We started off with Action Castle, which, is basically a fun party game for those old enough to remember 1980s computer RPGs. This means we are all now "King of Action Castle"! Cool...
Being too tired from travelling to do anything more taxing on the Friday evening, we kicked off the RPing proper on Saturday morning with Savage Worlds. I've played this once before, but the game is a flexible one not tied to any particular genre, so it's not surprising that the experience was very different. That time, the setting was the old Captain Scarlet TV series, but this time it was a rather more serious sci-fi setting, with distinct Travelleresque overtones. I gather that d101 is planning to release this as a more formal setting at some point, possibly using the easy-to-obtain Savage Worlds license. The setting was a crumbling interstellar empire, with various different factions vying for control, including mad cyborgs and sinister telepaths.
Because the Captain Scarlet game obviously used characters from the TV series, those were all pre-gens, but this time we all made our own characters up on the day. Considering that few of us had any experience with character generation in this system, this seemed a remarkably quick and painless process, which suggests that Savage Worlds would be a good system for use at conventions where you don't want pre-gens. In general, its a pretty simple system, and plays quickly, and has fairly straightforward mechanics, perhaps with something of an emphasis on pulp style excitement. Here for example, is the character I came up with:
...which was enough to give me a reasonable overview of the character, without over-complicating things, or making it seem all overly generalised and simplistic.
In the afternoon, time for a game of HeroQuest, using the Call of Cthulhu setting. Obviously, I'm very familiar with both the system and the setting, although I've never seen the two used together before. In this instance, it seemed to work very well, with, for example, lingering penalties being used to reflect the inevitable loss of sanity that accrues as one continues investigating. The scenario, created by Newt, had the wonderfully appropriate title of "Normal for Norfolk" (unfortunately, if you're not British, the meaning of this reference may not be obvious). Since it was set in the 1970s, and the PCs were all members of the Flying Squad, the inspiration we ended up using was, perhaps, inevitable... Our characters were perhaps, not entirely serious, and we never really got to the end of the scenario, but I won't give out any more details, in case d101 should choose to publish it some day. At any rate, this was my character:
The actions of our DS (another PC) perhaps got a bit too extreme towards the end, but, being a con game, that was easy enough for me to ignore.
On the Sunday, there was only time for a single game of Burning Wheel, using the introductory scenario from the rulebook. Burning Wheel was once recommended to me (I won't say by who) as a flexible, rules lite, modern system with plenty of options for different ways of resolving things. Most of that seems true, but what would make anyone think it's "rules lite" is beyond me. Indeed, in an age where RPGs seem to be getting simpler, it has to be one of the more complex new systems on the market - although there are plenty of older ones of similar complexity. It's fun enough to play in, especially as a one-off, and it does seem to be very good at describing characters and fleshing them out, but its way too complex and detailed for me to want to ever GM it. I've run a version of GURPS in the past, but that was stripped down so far, that I consider it an entirely new system. Still, even that was more than I'd be happy with today, so while I have no doubt that Burning Wheel is very good at what it does, as a GM, it's not my cup of tea.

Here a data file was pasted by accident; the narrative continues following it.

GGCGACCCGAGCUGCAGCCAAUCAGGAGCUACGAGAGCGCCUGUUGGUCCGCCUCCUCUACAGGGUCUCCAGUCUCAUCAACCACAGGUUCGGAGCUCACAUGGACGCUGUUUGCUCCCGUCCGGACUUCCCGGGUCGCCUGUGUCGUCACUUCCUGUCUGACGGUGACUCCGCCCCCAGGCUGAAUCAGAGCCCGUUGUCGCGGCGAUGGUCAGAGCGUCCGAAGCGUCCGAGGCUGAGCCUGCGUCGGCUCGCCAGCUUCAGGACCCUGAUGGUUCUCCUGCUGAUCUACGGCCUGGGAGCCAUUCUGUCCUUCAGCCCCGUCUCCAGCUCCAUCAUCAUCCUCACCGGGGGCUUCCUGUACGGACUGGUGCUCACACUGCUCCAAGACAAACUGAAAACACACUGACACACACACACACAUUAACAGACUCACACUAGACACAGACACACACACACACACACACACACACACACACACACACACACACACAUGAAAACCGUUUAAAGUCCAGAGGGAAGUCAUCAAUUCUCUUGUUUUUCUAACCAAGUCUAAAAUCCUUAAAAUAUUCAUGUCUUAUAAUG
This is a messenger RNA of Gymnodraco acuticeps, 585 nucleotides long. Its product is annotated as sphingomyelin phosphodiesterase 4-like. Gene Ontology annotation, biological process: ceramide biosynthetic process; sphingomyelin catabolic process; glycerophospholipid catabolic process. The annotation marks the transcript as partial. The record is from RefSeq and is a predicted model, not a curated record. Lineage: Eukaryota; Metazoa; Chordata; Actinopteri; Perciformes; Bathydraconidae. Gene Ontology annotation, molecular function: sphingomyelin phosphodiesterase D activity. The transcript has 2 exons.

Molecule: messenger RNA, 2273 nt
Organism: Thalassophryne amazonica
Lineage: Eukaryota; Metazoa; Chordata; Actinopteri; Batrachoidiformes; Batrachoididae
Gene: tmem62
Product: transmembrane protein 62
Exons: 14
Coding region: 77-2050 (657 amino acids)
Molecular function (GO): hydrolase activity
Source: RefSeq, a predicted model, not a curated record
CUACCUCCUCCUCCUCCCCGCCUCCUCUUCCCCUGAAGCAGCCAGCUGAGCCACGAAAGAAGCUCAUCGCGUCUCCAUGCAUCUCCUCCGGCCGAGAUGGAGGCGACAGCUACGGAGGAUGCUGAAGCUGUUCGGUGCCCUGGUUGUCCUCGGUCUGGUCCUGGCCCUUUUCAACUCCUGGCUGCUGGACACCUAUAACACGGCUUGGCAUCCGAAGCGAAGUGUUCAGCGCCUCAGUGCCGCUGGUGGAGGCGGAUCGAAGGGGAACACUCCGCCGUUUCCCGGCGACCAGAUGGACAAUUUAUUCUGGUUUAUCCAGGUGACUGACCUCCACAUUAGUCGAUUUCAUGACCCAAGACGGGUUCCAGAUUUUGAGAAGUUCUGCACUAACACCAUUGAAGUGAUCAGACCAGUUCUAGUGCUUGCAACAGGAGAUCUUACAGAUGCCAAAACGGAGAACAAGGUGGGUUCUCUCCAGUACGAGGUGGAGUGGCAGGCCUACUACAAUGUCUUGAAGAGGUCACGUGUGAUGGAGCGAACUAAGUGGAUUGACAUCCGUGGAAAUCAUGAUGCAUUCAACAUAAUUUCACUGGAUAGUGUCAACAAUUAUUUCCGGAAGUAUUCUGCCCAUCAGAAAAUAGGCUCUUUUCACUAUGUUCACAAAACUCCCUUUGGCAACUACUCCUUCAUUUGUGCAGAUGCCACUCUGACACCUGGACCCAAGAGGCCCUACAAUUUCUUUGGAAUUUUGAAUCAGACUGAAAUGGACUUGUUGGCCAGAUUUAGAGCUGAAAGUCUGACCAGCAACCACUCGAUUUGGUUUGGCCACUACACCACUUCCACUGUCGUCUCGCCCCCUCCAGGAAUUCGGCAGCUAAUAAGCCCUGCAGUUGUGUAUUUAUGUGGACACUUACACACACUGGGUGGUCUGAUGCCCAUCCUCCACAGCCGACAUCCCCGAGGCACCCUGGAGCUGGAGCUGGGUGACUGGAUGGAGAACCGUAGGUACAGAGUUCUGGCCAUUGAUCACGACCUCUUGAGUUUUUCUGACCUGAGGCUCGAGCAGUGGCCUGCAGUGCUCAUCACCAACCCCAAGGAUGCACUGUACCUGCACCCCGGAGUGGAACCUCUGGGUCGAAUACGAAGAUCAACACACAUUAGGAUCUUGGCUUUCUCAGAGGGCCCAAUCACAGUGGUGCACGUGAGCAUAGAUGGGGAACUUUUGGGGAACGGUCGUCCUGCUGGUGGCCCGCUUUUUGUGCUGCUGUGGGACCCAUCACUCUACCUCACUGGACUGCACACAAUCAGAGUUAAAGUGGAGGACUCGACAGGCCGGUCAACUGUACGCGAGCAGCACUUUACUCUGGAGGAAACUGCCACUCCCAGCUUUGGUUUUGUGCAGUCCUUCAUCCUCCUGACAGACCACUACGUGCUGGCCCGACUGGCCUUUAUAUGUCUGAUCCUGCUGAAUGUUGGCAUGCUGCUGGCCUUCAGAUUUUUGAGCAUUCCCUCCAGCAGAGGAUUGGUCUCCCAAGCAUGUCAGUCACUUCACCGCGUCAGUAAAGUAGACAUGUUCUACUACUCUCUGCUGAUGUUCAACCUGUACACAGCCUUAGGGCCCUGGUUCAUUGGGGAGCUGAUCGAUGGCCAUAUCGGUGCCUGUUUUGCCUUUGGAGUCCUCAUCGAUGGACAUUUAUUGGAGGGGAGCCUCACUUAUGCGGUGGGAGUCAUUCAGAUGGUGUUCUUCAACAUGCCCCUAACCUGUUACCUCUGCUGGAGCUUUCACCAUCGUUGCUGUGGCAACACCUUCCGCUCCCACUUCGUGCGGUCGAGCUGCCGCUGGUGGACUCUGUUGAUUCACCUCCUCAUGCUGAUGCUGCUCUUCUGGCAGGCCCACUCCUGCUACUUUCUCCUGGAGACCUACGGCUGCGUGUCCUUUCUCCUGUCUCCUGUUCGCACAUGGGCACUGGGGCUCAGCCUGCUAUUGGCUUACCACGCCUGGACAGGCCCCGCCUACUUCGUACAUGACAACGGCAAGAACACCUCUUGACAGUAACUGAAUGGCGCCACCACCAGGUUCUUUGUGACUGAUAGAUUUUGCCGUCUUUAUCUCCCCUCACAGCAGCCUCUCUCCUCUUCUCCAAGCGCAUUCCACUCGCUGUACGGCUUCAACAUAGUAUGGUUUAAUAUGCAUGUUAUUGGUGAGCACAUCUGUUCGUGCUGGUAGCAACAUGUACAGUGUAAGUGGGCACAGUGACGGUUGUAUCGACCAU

But, as a player, I had no problem with it, and it seemed to work fairly smoothly. I certainly had fun with the pre-gen character, who was a somewhat snooty and sinister sorceress. The scenario worked well, and it was an enjoyable game. I'm certainly glad to have tried it, and I wouldn't object to playing it again - so long as I don't have to run it!
The rest of the time was spent relaxing, chatting, watching old movies, etc. making it all a pretty enjoyable weekend, mostly with gamers that I haven't played with much before. Since this was a d101 event, I'll also add a brief update on Book of Glorious Joy: about two thirds of the interior artwork is in (and more came in over the weekend), all of which looks pretty cool. Things are stepping up, and I don't think its going to be too much longer now.
On similar lines, there should be further updates to my unofficial Jonatela material soon - the next one is quite large, which is why its taken longer than usual for it to appear. And, for my ponderings on mammalian biology, there's Synapsida, which has been updated fairly regularly of late. I'm not fully happy with all of the latest posts there, but its something I'm learning as I go along, and I think its getting better.
Just possibly, most likely if I can get something to run put together, I might attend Concrete Cow 11, but no promises there. As for cons later in the year... well, we'll see.